Who Won the First Real Contest of the 2012 Election?
This item is cross-posted from The New Republic.
On Monday night, the 2012 Republican primary kicked off in earnest. The occasion was an Iowa forum sponsored by Ralph Reed's Faith and Freedom Coalition, which is eager to ensure that the Christian Right (and Ralph Reed, who is launching his own comeback) maintains a prominent--indeed, an absolutely overweening--place in the decision-making process of the GOP. This "cattle call" was held in a brightly colored suburban megachurch in Waukee, Iowa, known locally for having a rockin' pastor and praise band. It was a strange event, full of partisan red meat, but also off-kilter due to the fact that several major figures in this election's social-conservative psychodrama, Mike Huckabee, Mitch Daniels, Sarah Palin, and Michele Bachmann, were not in attendance. What the audience did witness was an eclectic group of conservative sinners jockeying against each other--and the absent ghosts listed above--in hopes of subtly differentiating themselves in the eyes of Christian conservatives.
Obscure talk-show host and former pizza magnate Herman Cain was actually the most natural. He managed to act as something of a stand-in for Sarah Palin and Michele Bachmann, evincing a snug synthesis of the old Christian Right and the new Tea Party, and fluently tying together attacks on legalized abortion with claims that liberals were trying to turn America into the "United States of Europe." But who cared? With several more appealing, more electable Christians waiting in the wings, his fluency seemed a moot point.
Former House Speaker Newt Gingrich opted to bury his audience in chillingly direct rhetoric about the clash between secularism and Christianity. He referred to the opposition not as "liberals" or "Democrats" but as "secular socialists"; compared the current partisan conflict to the buildup before the Civil War; and promised that two of his first four executive orders as president would deal with abortion, while a third would move the U.S. embassy in Israel to Jerusalem (a guaranteed applause line among staunchly pro-Israel evangelicals). It seemed almost enough to distract the audience from his less-than-sterling family values.
Ex-Senator Rick Santorum spent most of his speech dwelling on his role in the Right to Life movement, even going so far as to declare it a good thing that Bill Clinton vetoed two bills banning partial-birth abortions because the procedure's legality served as agitprop for general opposition to legalized abortion. (George W. Bush finally signed a bill on this subject, which Santorum had originally sponsored.) Had he waved a fetus poster right there at the podium, it would not have been surprising.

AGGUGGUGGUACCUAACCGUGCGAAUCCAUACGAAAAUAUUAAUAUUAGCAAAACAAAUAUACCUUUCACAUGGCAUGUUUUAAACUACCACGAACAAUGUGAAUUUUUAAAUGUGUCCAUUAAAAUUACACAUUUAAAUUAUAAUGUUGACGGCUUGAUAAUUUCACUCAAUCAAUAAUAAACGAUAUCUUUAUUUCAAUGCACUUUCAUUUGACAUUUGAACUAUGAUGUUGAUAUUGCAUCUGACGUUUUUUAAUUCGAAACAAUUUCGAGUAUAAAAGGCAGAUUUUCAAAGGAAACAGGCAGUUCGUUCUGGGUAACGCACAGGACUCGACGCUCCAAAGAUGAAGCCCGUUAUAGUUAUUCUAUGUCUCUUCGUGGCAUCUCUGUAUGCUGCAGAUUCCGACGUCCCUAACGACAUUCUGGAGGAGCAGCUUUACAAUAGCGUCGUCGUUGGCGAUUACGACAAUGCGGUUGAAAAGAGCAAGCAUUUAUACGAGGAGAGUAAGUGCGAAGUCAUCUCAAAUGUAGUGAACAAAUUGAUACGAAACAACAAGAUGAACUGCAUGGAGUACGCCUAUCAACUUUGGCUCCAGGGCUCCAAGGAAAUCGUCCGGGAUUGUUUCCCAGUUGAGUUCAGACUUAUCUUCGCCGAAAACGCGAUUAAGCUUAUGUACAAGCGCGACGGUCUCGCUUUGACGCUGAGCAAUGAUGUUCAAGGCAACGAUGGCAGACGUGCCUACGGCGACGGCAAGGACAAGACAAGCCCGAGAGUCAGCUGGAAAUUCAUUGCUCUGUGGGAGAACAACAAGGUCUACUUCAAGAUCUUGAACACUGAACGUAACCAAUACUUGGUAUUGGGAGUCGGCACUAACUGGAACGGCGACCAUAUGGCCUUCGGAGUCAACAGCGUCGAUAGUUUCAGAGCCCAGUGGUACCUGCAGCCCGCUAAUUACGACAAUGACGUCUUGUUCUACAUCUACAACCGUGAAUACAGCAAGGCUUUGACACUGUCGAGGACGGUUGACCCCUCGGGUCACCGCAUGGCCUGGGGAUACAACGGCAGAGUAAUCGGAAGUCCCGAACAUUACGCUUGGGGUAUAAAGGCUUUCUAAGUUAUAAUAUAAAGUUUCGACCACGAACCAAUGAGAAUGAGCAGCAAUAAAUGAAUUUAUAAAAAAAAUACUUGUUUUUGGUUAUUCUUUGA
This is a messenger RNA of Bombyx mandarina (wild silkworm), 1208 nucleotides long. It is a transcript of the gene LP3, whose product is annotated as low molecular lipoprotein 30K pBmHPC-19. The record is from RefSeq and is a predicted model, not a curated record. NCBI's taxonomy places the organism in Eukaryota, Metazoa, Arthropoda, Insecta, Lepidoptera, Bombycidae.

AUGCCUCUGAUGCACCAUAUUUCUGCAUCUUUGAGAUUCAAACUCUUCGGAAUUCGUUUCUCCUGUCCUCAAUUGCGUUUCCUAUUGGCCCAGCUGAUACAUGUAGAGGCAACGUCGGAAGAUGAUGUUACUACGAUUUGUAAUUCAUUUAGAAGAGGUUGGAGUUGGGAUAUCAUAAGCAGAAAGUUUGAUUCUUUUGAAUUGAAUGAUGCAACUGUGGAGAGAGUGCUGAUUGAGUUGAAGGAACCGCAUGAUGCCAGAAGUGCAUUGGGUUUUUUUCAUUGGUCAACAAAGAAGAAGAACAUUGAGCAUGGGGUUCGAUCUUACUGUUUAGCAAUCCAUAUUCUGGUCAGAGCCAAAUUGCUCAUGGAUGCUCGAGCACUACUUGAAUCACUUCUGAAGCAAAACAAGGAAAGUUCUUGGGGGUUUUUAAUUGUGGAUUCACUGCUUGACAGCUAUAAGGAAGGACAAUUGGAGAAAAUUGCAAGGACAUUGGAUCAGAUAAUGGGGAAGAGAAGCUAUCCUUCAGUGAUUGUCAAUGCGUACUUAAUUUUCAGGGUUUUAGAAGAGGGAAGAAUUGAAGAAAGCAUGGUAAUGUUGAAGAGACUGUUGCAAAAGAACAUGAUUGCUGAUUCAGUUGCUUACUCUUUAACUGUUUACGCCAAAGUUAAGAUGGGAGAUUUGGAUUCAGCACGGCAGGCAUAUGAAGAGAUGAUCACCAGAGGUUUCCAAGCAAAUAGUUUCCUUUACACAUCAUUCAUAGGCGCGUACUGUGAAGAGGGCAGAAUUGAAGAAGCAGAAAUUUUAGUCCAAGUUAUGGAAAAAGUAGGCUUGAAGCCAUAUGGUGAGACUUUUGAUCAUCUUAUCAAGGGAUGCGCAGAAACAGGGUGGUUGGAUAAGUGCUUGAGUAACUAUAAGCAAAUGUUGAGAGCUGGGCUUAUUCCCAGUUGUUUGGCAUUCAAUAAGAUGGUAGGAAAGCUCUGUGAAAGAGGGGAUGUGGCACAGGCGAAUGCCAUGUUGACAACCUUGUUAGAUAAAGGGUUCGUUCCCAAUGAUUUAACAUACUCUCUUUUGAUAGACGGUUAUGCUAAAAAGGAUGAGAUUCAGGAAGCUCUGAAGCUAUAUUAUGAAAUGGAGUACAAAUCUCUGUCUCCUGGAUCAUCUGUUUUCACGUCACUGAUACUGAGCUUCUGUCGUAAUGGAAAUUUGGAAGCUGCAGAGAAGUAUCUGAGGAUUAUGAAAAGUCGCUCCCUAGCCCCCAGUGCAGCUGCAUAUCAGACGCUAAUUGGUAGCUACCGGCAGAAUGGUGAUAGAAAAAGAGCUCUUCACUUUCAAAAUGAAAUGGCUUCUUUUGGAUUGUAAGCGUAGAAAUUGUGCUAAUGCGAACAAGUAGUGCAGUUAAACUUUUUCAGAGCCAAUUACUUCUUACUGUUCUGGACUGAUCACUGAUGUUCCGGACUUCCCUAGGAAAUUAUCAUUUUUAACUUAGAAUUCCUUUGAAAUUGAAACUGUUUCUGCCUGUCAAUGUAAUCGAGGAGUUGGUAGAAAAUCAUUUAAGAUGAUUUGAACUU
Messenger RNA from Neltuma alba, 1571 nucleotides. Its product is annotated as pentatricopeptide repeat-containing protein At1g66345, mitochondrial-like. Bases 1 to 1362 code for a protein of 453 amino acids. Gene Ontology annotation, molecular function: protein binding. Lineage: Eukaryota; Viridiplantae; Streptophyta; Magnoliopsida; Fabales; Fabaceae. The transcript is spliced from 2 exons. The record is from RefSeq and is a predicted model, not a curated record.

The most unusual speech of the evening was delivered by former Louisiana Governor Buddy Roemer, best known for a failed 1991 re-election campaign that teed up the infamous "race from hell" runoff between Ed Edwards and David Duke (Roemer wryly noted in his speech that he narrowly lost, but Edwards and Duke both wound up in the penitentiary). Roemer's shtick is to refuse to accept campaign contributions over $100, and he tried to frame his assault against "special interest" money as a moral issue, even going so far as to blast Iowa's beloved ethanol subsidy as a symbol of corruption and Big Government. This attracted hearty, charitable applause, of the kind that brooks no commitment whatsoever.
Perhaps the most consequential talk of the night was given by Tim Pawlenty, who is trying to frame himself as a good alternative for Christian conservatives, in case their more visceral champions fail to enter the race or to gain traction. He is clearly trying to figure out the right mode of speaking to the Republican base without appearing too bland--so this time he just spoke extremely loudly and quoted as much scripture as possible. Pawlenty did deftly employ one of the Christian Right's most potent dog whistles, referring multiple times to the line in the Declaration of Independence which says that people are "endowed by their creator" with inalienable rights. (The implication is that religion and "natural rights," i.e., the rights of the unborn or absolute property rights, can be sneaked into the Constitution via their alleged presence in the Declaration.) But, by and large, Pawlenty did not manage to give off the impression of an ardent culture warrior who chews nails for breakfast--something he will have to perfect if he wants to capitalize on the political opening available for him in 2012.
Meanwhile, everyone was bagging on Mitch Daniels, who is looking less and less like a viable Iowa candidate. Early on in the event, Ralph Reed directly alluded to Daniels's belief that Republicans should declare a "truce" in the culture wars by trashing it; and nearly everyone who stood at the podium attempted to make it clear he didn't buy the idea that the "Red Menace" of debt--in Daniels's phrase-- should motivate them to stop talking about abortion or same-sex marriage or secularism.
The mood of Ralph Reed's forum was instructive. Religious conservatives are not about to be consigned to the background of Republican politics, particularly in Iowa where--as Reed reminded the audience--they are in a position to dominate the caucuses. There was no appetite for talk of compromise or dialogue with the Democrats, and candidates like Daniels, or even Pawlenty, seem like they might face a disadvantage if they do not sharpen their red-meat delivery. After the Tea Party victories of 2010, the atmosphere of the event was unabashedly triumphalist. It was a signal that conservatives will be highly energized in 2012--but perhaps also over-confident.